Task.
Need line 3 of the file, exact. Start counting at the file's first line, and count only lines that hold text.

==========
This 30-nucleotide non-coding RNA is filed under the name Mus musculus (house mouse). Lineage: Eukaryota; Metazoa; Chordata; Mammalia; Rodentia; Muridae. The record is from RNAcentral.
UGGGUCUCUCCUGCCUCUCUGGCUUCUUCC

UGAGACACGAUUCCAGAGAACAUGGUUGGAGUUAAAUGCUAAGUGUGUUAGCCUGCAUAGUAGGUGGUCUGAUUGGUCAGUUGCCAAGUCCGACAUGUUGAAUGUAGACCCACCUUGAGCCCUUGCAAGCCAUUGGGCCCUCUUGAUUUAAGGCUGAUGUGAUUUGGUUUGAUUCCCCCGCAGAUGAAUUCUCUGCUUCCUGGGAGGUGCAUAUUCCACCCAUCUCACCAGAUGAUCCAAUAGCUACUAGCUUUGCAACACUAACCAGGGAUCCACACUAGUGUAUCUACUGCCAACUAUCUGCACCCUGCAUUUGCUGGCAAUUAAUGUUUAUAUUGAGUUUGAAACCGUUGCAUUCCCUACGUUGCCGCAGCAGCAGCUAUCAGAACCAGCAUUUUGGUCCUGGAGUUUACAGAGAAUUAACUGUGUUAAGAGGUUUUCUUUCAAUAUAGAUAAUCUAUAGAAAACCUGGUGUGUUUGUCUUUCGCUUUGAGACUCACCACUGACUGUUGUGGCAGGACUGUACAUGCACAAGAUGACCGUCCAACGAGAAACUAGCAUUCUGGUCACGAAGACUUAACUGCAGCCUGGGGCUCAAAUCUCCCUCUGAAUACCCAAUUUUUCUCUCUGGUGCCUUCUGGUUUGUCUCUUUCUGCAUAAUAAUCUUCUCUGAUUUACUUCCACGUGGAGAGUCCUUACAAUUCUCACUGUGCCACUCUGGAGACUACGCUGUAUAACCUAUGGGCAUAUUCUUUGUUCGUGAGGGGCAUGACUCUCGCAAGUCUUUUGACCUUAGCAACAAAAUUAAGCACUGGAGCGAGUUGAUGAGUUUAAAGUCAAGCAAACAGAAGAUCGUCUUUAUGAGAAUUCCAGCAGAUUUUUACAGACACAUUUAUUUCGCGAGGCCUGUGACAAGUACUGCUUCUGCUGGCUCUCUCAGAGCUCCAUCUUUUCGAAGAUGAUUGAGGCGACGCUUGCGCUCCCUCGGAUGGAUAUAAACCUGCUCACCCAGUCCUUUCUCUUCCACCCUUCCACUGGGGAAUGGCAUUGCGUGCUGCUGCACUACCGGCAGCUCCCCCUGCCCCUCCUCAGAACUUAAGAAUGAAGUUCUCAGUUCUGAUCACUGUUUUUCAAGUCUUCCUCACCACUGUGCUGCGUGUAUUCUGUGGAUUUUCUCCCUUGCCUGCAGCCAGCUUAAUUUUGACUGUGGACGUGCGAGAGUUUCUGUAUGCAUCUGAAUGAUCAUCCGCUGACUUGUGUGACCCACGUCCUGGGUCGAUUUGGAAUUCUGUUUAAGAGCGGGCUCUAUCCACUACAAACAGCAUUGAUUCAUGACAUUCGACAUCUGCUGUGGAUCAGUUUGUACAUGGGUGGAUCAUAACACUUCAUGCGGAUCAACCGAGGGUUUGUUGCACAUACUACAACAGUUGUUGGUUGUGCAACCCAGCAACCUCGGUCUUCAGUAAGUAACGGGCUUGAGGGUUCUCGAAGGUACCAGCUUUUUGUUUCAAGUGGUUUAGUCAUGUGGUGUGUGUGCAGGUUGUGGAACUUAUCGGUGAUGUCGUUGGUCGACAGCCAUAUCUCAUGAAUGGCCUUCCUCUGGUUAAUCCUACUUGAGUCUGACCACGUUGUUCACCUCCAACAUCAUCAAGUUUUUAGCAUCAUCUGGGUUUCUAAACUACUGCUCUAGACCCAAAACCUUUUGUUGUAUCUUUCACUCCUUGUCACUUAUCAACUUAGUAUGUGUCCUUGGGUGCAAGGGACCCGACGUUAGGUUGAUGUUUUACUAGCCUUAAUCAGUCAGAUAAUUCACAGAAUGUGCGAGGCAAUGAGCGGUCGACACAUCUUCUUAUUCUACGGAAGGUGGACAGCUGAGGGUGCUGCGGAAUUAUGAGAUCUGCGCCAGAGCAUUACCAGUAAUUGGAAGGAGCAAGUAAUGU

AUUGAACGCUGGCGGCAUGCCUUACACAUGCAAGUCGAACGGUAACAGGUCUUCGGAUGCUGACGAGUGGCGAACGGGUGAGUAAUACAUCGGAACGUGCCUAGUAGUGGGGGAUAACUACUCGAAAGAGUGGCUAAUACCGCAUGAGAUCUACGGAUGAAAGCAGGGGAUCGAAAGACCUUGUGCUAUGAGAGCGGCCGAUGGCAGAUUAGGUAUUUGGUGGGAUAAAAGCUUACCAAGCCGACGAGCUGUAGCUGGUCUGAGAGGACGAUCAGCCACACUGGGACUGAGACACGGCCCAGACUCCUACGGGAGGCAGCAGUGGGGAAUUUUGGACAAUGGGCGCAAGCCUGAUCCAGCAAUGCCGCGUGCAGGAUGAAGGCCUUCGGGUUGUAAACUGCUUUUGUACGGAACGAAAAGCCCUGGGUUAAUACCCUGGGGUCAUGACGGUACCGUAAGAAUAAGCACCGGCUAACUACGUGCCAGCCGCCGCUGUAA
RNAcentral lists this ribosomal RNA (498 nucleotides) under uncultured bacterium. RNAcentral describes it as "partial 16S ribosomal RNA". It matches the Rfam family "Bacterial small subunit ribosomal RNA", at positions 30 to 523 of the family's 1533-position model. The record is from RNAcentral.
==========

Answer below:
UGAGACACGAUUCCAGAGAACAUGGUUGGAGUUAAAUGCUAAGUGUGUUAGCCUGCAUAGUAGGUGGUCUGAUUGGUCAGUUGCCAAGUCCGACAUGUUGAAUGUAGACCCACCUUGAGCCCUUGCAAGCCAUUGGGCCCUCUUGAUUUAAGGCUGAUGUGAUUUGGUUUGAUUCCCCCGCAGAUGAAUUCUCUGCUUCCUGGGAGGUGCAUAUUCCACCCAUCUCACCAGAUGAUCCAAUAGCUACUAGCUUUGCAACACUAACCAGGGAUCCACACUAGUGUAUCUACUGCCAACUAUCUGCACCCUGCAUUUGCUGGCAAUUAAUGUUUAUAUUGAGUUUGAAACCGUUGCAUUCCCUACGUUGCCGCAGCAGCAGCUAUCAGAACCAGCAUUUUGGUCCUGGAGUUUACAGAGAAUUAACUGUGUUAAGAGGUUUUCUUUCAAUAUAGAUAAUCUAUAGAAAACCUGGUGUGUUUGUCUUUCGCUUUGAGACUCACCACUGACUGUUGUGGCAGGACUGUACAUGCACAAGAUGACCGUCCAACGAGAAACUAGCAUUCUGGUCACGAAGACUUAACUGCAGCCUGGGGCUCAAAUCUCCCUCUGAAUACCCAAUUUUUCUCUCUGGUGCCUUCUGGUUUGUCUCUUUCUGCAUAAUAAUCUUCUCUGAUUUACUUCCACGUGGAGAGUCCUUACAAUUCUCACUGUGCCACUCUGGAGACUACGCUGUAUAACCUAUGGGCAUAUUCUUUGUUCGUGAGGGGCAUGACUCUCGCAAGUCUUUUGACCUUAGCAACAAAAUUAAGCACUGGAGCGAGUUGAUGAGUUUAAAGUCAAGCAAACAGAAGAUCGUCUUUAUGAGAAUUCCAGCAGAUUUUUACAGACACAUUUAUUUCGCGAGGCCUGUGACAAGUACUGCUUCUGCUGGCUCUCUCAGAGCUCCAUCUUUUCGAAGAUGAUUGAGGCGACGCUUGCGCUCCCUCGGAUGGAUAUAAACCUGCUCACCCAGUCCUUUCUCUUCCACCCUUCCACUGGGGAAUGGCAUUGCGUGCUGCUGCACUACCGGCAGCUCCCCCUGCCCCUCCUCAGAACUUAAGAAUGAAGUUCUCAGUUCUGAUCACUGUUUUUCAAGUCUUCCUCACCACUGUGCUGCGUGUAUUCUGUGGAUUUUCUCCCUUGCCUGCAGCCAGCUUAAUUUUGACUGUGGACGUGCGAGAGUUUCUGUAUGCAUCUGAAUGAUCAUCCGCUGACUUGUGUGACCCACGUCCUGGGUCGAUUUGGAAUUCUGUUUAAGAGCGGGCUCUAUCCACUACAAACAGCAUUGAUUCAUGACAUUCGACAUCUGCUGUGGAUCAGUUUGUACAUGGGUGGAUCAUAACACUUCAUGCGGAUCAACCGAGGGUUUGUUGCACAUACUACAACAGUUGUUGGUUGUGCAACCCAGCAACCUCGGUCUUCAGUAAGUAACGGGCUUGAGGGUUCUCGAAGGUACCAGCUUUUUGUUUCAAGUGGUUUAGUCAUGUGGUGUGUGUGCAGGUUGUGGAACUUAUCGGUGAUGUCGUUGGUCGACAGCCAUAUCUCAUGAAUGGCCUUCCUCUGGUUAAUCCUACUUGAGUCUGACCACGUUGUUCACCUCCAACAUCAUCAAGUUUUUAGCAUCAUCUGGGUUUCUAAACUACUGCUCUAGACCCAAAACCUUUUGUUGUAUCUUUCACUCCUUGUCACUUAUCAACUUAGUAUGUGUCCUUGGGUGCAAGGGACCCGACGUUAGGUUGAUGUUUUACUAGCCUUAAUCAGUCAGAUAAUUCACAGAAUGUGCGAGGCAAUGAGCGGUCGACACAUCUUCUUAUUCUACGGAAGGUGGACAGCUGAGGGUGCUGCGGAAUUAUGAGAUCUGCGCCAGAGCAUUACCAGUAAUUGGAAGGAGCAAGUAAUGU